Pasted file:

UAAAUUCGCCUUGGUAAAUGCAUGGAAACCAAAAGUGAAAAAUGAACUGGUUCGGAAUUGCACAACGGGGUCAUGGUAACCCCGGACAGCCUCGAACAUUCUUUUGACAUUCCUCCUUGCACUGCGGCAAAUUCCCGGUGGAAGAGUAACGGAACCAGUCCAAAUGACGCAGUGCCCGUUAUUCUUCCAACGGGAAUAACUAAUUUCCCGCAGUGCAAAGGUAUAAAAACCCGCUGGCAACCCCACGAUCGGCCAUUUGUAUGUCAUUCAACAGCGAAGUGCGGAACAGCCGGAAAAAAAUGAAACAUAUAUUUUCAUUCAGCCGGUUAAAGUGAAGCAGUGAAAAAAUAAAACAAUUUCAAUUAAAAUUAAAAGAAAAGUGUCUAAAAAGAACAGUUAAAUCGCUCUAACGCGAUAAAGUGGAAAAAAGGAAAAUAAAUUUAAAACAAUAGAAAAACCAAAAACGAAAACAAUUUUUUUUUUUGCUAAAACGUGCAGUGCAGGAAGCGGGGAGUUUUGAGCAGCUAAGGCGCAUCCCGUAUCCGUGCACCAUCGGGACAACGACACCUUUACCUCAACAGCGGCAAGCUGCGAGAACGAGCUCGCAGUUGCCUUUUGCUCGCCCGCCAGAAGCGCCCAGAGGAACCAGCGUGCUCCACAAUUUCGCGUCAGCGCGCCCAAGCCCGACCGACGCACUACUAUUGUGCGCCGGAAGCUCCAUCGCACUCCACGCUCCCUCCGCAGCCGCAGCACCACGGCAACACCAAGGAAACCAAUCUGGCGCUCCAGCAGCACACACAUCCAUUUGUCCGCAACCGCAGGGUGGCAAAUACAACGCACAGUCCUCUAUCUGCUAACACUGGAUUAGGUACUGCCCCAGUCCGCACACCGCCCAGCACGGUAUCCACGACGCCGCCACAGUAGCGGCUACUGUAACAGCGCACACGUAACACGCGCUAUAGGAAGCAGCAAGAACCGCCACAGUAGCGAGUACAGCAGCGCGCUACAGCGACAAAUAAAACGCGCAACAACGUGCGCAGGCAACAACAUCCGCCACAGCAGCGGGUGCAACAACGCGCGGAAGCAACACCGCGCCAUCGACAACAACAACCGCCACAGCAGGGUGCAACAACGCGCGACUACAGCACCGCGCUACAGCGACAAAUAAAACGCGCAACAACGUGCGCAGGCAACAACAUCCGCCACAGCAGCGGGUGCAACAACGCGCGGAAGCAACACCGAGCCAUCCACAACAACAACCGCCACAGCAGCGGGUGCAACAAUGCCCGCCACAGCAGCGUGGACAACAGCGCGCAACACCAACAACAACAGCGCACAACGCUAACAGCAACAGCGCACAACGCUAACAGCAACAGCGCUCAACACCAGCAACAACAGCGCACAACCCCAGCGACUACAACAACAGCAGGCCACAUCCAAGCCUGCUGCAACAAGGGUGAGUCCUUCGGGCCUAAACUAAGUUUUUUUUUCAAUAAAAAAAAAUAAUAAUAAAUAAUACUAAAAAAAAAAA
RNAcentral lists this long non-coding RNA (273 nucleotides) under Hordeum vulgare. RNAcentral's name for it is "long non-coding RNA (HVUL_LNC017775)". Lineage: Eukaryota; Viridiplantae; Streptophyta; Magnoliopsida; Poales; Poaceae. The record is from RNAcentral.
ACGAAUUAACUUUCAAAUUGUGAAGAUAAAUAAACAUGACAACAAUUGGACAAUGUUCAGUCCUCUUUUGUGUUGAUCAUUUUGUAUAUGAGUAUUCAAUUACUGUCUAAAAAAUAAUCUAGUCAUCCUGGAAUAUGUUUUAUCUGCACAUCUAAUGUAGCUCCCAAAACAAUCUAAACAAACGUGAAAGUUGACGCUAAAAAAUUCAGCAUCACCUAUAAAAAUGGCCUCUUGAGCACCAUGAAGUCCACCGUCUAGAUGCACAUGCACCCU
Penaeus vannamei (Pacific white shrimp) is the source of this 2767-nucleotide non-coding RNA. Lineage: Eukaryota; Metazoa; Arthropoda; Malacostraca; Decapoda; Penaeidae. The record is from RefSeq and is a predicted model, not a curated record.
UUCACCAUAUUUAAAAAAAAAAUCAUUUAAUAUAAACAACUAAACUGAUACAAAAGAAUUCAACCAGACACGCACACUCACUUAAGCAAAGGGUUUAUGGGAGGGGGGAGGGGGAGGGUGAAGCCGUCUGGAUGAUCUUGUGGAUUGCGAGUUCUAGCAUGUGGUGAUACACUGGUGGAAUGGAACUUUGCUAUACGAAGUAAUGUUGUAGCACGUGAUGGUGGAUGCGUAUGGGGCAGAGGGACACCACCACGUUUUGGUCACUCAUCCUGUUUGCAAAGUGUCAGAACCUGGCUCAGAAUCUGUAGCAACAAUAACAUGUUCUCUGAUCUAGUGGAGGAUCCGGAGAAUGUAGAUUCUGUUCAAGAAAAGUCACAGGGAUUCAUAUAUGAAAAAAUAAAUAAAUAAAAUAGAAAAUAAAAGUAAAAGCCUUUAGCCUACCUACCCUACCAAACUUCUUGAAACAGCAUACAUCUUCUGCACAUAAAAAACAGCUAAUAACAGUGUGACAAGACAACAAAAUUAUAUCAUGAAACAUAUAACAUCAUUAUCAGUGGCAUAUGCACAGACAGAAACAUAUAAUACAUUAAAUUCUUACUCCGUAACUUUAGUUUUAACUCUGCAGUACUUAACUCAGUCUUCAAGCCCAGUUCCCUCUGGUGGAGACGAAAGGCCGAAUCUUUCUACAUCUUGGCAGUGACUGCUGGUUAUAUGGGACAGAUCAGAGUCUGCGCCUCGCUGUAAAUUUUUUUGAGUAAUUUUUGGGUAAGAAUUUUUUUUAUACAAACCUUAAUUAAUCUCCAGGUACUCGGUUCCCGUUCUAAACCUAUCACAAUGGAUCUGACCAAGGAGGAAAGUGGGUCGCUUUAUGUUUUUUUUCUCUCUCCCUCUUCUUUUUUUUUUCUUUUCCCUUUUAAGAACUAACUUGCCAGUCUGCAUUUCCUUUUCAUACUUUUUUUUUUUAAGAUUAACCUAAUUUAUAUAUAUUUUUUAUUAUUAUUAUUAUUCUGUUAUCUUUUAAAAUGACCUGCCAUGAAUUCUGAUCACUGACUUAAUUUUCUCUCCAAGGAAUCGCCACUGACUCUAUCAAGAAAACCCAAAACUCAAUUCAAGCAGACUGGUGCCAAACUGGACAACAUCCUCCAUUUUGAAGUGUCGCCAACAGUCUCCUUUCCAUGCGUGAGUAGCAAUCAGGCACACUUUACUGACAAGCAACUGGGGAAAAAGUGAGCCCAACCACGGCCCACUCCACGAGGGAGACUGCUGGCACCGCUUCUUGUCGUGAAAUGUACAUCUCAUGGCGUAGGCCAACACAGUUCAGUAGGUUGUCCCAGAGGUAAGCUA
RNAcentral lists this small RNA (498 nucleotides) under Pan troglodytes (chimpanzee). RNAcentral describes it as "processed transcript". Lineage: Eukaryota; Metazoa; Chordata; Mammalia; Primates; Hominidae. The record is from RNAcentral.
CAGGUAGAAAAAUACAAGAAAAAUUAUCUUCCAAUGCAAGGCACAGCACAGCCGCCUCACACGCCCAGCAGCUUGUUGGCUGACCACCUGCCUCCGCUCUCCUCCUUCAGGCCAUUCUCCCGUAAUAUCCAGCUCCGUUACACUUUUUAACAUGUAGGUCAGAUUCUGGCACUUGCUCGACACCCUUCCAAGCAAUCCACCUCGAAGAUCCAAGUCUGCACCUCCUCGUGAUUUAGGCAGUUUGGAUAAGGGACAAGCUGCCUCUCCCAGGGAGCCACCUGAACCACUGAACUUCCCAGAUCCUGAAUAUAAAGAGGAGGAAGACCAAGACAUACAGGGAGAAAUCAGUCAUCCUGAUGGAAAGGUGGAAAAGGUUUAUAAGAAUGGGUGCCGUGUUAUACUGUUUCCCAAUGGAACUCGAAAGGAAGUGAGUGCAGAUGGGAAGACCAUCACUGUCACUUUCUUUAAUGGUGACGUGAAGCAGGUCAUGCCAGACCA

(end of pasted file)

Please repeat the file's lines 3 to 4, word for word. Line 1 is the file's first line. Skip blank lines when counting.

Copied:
ACGAAUUAACUUUCAAAUUGUGAAGAUAAAUAAACAUGACAACAAUUGGACAAUGUUCAGUCCUCUUUUGUGUUGAUCAUUUUGUAUAUGAGUAUUCAAUUACUGUCUAAAAAAUAAUCUAGUCAUCCUGGAAUAUGUUUUAUCUGCACAUCUAAUGUAGCUCCCAAAACAAUCUAAACAAACGUGAAAGUUGACGCUAAAAAAUUCAGCAUCACCUAUAAAAAUGGCCUCUUGAGCACCAUGAAGUCCACCGUCUAGAUGCACAUGCACCCU
Penaeus vannamei (Pacific white shrimp) is the source of this 2767-nucleotide non-coding RNA. Lineage: Eukaryota; Metazoa; Arthropoda; Malacostraca; Decapoda; Penaeidae. The record is from RefSeq and is a predicted model, not a curated record.